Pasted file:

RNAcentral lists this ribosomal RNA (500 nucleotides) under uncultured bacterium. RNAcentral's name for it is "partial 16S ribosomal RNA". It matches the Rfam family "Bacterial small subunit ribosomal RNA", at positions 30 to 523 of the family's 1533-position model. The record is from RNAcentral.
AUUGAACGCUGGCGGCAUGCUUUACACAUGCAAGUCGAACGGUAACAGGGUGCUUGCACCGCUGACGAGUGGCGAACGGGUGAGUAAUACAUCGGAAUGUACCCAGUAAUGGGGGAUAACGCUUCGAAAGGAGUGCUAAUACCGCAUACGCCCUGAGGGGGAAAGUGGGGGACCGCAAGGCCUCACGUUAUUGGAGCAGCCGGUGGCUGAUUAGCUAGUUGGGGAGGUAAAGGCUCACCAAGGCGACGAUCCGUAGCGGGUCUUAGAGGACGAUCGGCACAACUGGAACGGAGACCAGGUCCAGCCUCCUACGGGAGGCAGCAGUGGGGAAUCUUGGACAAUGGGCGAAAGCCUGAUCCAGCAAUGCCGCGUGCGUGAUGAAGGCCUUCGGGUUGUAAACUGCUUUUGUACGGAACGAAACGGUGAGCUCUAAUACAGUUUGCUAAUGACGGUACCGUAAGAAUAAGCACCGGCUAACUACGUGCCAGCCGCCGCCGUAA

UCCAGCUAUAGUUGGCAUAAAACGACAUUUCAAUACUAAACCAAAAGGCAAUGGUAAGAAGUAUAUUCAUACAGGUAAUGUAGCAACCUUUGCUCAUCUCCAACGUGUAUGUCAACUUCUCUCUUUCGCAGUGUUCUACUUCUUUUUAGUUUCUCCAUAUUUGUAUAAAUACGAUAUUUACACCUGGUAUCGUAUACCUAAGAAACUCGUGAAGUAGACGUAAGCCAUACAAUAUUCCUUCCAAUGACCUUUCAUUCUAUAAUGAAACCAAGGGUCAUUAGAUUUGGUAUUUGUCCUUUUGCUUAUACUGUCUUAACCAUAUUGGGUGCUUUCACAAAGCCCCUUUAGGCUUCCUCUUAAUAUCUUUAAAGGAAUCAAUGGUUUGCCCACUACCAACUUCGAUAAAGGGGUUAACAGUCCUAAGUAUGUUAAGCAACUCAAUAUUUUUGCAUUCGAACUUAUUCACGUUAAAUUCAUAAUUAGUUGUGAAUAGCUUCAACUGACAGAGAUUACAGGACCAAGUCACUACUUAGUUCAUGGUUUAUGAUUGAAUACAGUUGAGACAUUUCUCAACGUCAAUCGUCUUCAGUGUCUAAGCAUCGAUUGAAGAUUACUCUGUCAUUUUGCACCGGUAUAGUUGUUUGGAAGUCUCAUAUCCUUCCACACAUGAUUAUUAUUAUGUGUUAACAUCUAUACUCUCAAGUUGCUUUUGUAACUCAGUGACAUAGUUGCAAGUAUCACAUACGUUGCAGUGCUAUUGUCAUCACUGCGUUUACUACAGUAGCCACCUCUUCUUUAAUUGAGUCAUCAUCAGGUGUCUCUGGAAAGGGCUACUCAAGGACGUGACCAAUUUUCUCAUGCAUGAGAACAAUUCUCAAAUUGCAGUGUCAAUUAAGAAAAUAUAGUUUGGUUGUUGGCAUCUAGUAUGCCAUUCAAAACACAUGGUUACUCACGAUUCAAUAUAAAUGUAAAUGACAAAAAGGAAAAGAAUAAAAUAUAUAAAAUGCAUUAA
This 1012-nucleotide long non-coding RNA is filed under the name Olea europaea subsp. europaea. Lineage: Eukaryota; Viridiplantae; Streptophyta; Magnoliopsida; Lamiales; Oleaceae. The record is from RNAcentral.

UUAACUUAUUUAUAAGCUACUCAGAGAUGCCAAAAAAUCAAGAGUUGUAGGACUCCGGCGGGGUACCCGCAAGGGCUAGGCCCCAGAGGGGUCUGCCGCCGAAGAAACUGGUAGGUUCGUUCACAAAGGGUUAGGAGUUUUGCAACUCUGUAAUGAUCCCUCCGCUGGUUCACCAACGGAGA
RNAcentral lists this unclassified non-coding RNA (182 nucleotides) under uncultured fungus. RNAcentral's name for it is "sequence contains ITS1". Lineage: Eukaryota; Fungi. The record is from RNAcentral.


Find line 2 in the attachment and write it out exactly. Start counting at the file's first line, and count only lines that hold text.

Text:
AUUGAACGCUGGCGGCAUGCUUUACACAUGCAAGUCGAACGGUAACAGGGUGCUUGCACCGCUGACGAGUGGCGAACGGGUGAGUAAUACAUCGGAAUGUACCCAGUAAUGGGGGAUAACGCUUCGAAAGGAGUGCUAAUACCGCAUACGCCCUGAGGGGGAAAGUGGGGGACCGCAAGGCCUCACGUUAUUGGAGCAGCCGGUGGCUGAUUAGCUAGUUGGGGAGGUAAAGGCUCACCAAGGCGACGAUCCGUAGCGGGUCUUAGAGGACGAUCGGCACAACUGGAACGGAGACCAGGUCCAGCCUCCUACGGGAGGCAGCAGUGGGGAAUCUUGGACAAUGGGCGAAAGCCUGAUCCAGCAAUGCCGCGUGCGUGAUGAAGGCCUUCGGGUUGUAAACUGCUUUUGUACGGAACGAAACGGUGAGCUCUAAUACAGUUUGCUAAUGACGGUACCGUAAGAAUAAGCACCGGCUAACUACGUGCCAGCCGCCGCCGUAA